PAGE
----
One of Alibaba’s most important investments in Indonesia fintech is Akulaku, which offers services including buy now, pay later (BNPL), deposit services, and lending. It can offer banking services thanks to its subsidiary Bank Neo Commerce, which in the fourth quarter of 2021 completed a rights issue on the Indonesia Stock Exchange for about US$175 million. Last year, Akaluku reached US$600 million in revenue, in line with its forecast. Additionally, in 2021, Akulaku lent more than US$2.2 billion to 6 million borrowers. The amount it lent was double that of 2020.
Bank Neo Commerce recorded 507 billion rupiah (around US$34.1 million) in interest income for the second quarter of 2022, a threefold jump over the same period a year earlier. The growth pushed the digibank toward profitability for the period, reporting US$400,000 in operating profit for June.
In August, Akulaku Group launched a wealthtech app called OneAset, which is touted as an investment superapp. It aims to integrate investment access, financial literacy education, financial management, and the investment community in one app for Indonesians.
Also in August, Lazada purchased US$304.5 million worth of shares of the Ant Group-backed e-wallet Dana from existing shareholder Emtek Group Ant Group. Dana also received a fresh US$250 million investment from the Indonesian conglomerate Sinar Mas. Dana plans to use the fresh capital to launch more digital financial services, including lending, wealth management and insurance.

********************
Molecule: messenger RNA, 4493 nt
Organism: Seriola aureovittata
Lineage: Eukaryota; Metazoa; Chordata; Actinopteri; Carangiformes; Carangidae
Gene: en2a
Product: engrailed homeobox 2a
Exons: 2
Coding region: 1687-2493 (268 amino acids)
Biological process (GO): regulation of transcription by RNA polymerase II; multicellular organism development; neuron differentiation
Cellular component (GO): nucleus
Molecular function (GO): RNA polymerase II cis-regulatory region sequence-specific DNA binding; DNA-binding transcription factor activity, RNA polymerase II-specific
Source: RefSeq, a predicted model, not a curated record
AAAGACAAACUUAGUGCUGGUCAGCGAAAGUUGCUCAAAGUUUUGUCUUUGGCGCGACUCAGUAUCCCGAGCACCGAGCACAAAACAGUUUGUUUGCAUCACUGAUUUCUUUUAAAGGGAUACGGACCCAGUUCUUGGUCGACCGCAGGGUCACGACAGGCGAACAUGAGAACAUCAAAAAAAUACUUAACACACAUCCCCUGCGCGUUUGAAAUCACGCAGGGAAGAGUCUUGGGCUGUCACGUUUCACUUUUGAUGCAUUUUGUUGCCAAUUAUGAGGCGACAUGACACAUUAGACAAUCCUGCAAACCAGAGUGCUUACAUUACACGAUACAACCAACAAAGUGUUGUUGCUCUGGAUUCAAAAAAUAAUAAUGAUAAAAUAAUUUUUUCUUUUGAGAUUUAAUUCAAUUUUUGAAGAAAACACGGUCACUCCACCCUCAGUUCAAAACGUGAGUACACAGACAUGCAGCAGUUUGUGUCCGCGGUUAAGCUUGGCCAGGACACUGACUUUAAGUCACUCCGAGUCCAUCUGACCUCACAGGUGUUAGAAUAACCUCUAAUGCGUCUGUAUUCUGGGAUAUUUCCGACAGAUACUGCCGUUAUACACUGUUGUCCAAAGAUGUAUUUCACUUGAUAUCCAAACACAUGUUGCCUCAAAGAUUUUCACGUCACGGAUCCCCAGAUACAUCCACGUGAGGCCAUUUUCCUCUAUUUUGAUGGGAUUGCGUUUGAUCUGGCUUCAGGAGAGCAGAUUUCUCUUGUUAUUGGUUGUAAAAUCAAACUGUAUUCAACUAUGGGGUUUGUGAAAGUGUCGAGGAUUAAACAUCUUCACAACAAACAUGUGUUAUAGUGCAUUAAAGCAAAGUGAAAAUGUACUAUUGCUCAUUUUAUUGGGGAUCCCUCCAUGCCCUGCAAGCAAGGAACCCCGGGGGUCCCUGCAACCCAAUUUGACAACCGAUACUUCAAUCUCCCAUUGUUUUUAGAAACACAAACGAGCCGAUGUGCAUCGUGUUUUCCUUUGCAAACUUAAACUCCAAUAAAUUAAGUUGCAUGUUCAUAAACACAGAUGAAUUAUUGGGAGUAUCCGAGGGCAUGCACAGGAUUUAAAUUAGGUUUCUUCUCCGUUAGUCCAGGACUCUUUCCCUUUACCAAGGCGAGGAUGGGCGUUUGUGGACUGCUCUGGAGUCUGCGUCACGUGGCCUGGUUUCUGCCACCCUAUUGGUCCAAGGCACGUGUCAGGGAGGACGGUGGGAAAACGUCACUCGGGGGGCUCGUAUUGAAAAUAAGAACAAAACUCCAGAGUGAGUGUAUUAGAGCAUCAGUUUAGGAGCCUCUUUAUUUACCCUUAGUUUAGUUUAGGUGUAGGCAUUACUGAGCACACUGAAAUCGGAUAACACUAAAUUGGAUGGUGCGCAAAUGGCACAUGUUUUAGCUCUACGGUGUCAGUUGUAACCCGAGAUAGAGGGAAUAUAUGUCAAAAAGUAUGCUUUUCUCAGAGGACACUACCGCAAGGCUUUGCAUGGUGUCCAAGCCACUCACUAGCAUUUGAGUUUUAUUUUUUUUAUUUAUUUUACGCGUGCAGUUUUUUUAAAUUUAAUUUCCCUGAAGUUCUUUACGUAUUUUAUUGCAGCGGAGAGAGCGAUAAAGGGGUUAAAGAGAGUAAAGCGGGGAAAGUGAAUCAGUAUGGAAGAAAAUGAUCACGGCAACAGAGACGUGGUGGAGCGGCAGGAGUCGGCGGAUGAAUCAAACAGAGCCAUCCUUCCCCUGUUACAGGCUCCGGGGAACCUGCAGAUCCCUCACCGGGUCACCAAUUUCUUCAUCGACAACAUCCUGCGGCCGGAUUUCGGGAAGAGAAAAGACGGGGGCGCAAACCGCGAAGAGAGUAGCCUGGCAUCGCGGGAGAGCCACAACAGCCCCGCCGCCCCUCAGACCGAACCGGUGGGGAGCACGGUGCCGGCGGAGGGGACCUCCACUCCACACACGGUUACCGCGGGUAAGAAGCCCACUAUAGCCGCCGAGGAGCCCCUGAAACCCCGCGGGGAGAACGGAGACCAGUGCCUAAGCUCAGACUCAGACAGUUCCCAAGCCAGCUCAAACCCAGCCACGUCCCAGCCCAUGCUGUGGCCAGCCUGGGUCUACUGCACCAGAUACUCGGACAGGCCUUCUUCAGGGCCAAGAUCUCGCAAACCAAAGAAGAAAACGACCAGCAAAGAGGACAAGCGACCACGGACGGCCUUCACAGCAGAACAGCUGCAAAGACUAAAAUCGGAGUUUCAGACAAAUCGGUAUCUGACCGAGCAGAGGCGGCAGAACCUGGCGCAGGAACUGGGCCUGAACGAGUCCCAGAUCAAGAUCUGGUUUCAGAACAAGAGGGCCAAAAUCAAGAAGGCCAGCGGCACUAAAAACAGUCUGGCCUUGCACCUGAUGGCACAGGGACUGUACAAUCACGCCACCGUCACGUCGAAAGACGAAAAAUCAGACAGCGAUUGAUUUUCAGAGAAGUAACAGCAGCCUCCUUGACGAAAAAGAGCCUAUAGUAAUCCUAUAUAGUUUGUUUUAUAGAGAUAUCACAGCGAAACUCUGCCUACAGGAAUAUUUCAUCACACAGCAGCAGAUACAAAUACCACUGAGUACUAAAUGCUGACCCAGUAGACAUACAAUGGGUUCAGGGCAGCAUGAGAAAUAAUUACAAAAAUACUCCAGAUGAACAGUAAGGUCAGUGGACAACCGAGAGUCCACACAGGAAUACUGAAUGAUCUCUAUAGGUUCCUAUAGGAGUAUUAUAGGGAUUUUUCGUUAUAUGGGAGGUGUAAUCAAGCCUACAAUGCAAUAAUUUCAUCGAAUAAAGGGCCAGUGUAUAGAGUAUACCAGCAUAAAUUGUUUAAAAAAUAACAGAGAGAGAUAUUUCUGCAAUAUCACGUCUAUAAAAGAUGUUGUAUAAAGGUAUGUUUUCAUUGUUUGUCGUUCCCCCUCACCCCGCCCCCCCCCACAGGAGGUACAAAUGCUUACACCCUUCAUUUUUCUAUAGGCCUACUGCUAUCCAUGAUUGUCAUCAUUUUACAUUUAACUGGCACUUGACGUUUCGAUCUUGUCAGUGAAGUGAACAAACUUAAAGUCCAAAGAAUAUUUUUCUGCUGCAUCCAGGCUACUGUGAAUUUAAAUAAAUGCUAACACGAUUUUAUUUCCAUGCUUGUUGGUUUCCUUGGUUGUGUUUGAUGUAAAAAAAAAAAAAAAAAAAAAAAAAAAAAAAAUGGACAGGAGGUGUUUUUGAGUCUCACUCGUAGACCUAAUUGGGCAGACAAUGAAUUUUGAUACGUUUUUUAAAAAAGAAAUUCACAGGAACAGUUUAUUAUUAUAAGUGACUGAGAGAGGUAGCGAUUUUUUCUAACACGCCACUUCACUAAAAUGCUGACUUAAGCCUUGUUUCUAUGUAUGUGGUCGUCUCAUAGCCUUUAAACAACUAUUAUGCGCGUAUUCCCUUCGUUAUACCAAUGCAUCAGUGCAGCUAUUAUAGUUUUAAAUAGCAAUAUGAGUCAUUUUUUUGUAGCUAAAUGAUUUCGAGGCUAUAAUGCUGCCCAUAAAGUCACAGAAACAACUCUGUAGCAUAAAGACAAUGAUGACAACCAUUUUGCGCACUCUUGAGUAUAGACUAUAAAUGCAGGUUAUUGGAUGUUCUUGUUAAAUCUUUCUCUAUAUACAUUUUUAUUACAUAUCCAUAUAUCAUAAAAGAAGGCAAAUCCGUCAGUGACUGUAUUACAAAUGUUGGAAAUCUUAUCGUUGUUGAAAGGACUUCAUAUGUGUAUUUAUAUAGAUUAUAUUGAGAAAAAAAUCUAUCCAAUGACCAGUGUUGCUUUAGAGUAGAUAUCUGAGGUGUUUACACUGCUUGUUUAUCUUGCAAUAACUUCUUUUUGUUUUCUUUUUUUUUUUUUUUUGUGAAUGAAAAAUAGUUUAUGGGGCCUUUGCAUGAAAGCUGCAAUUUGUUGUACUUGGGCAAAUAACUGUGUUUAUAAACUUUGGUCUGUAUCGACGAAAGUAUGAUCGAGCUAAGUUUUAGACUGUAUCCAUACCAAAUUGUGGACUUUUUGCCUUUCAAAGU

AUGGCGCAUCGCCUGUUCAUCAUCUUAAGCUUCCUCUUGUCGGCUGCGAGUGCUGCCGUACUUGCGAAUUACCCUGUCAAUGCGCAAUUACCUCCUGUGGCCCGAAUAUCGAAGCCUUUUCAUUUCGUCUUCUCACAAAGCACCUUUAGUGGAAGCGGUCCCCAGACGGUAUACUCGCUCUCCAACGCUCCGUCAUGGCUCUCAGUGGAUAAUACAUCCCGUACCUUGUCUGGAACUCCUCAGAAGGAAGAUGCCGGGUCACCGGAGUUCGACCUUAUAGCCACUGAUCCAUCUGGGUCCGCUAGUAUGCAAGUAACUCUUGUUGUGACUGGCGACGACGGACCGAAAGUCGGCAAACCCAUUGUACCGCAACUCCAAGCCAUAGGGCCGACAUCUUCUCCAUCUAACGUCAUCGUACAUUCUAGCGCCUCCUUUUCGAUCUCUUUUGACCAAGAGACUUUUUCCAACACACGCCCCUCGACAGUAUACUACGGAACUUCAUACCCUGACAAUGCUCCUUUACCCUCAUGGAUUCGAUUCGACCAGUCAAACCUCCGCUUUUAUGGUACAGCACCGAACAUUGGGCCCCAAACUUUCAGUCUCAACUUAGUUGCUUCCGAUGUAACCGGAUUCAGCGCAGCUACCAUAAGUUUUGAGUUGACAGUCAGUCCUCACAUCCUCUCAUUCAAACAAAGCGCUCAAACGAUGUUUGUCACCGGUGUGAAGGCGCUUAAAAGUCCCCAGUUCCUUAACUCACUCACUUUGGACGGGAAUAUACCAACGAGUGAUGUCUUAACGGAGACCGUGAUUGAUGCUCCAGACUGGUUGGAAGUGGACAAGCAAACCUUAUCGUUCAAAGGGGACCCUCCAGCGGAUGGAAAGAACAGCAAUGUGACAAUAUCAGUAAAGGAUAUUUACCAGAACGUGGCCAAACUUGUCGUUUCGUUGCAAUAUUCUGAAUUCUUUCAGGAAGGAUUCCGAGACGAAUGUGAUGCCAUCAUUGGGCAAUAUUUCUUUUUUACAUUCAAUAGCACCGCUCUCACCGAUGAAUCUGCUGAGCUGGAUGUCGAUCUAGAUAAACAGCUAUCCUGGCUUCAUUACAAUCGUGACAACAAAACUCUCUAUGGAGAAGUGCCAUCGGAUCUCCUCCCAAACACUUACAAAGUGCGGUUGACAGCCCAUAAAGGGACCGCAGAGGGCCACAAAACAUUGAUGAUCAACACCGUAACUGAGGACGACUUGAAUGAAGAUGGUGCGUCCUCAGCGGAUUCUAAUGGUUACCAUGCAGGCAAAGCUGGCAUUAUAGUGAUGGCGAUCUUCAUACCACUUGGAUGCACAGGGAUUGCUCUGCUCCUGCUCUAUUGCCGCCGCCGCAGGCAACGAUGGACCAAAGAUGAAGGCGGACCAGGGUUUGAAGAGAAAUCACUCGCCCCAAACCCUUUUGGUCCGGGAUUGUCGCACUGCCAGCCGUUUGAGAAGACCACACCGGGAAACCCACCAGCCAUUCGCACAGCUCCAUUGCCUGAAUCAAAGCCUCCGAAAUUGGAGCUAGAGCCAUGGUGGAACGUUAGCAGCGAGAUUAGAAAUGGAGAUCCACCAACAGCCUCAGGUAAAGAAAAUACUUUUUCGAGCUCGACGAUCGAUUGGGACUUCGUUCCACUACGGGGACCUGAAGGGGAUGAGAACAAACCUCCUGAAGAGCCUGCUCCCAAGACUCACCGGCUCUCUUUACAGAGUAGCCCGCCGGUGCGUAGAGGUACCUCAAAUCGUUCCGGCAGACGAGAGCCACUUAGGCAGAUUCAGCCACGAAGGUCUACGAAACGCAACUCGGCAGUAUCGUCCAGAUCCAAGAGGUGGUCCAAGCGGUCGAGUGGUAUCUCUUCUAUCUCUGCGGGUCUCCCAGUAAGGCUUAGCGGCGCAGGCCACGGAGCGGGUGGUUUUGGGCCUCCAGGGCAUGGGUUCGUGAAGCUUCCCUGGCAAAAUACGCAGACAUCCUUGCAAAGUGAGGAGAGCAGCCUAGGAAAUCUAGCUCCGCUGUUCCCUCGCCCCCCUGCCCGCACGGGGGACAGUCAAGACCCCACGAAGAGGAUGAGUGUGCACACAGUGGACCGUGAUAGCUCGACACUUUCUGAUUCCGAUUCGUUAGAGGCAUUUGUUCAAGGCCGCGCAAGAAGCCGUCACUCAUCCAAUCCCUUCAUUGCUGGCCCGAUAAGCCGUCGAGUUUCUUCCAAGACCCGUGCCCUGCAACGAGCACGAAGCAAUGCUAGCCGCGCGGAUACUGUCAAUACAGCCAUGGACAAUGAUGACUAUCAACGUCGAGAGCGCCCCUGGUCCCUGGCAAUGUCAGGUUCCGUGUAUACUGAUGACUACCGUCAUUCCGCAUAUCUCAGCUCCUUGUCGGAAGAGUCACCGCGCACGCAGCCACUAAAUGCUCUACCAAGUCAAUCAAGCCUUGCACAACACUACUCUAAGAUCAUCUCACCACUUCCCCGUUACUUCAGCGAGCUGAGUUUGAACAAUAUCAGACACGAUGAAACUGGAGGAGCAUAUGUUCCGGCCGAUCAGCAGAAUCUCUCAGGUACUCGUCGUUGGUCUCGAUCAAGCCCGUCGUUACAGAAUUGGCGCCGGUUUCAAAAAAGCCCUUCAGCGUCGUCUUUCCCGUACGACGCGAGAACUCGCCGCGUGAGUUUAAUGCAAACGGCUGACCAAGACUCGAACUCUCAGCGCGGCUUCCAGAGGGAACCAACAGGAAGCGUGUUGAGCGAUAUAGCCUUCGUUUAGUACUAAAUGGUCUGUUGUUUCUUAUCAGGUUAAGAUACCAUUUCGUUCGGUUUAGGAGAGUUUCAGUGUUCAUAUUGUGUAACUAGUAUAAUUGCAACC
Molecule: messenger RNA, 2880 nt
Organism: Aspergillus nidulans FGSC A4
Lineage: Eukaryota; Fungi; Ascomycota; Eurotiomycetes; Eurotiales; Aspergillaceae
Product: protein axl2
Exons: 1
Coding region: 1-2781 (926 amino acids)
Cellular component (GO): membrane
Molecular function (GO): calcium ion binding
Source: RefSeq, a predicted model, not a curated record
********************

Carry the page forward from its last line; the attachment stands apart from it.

Finally, Alibaba reportedly plans to invest US$100 million in Smartfren Telecom, which is part of the Sinar Mas group and has a financial services arm. The evolving Alibaba-Sinar Mas tie-up is typical of the Indonesian digital financial services market, where instead of issuing digital banking licenses to consortia, regulators have encouraged Big Tech to help rejig incumbent banks for the digital age. Most of the major incumbents are part of one of the major conglomerates.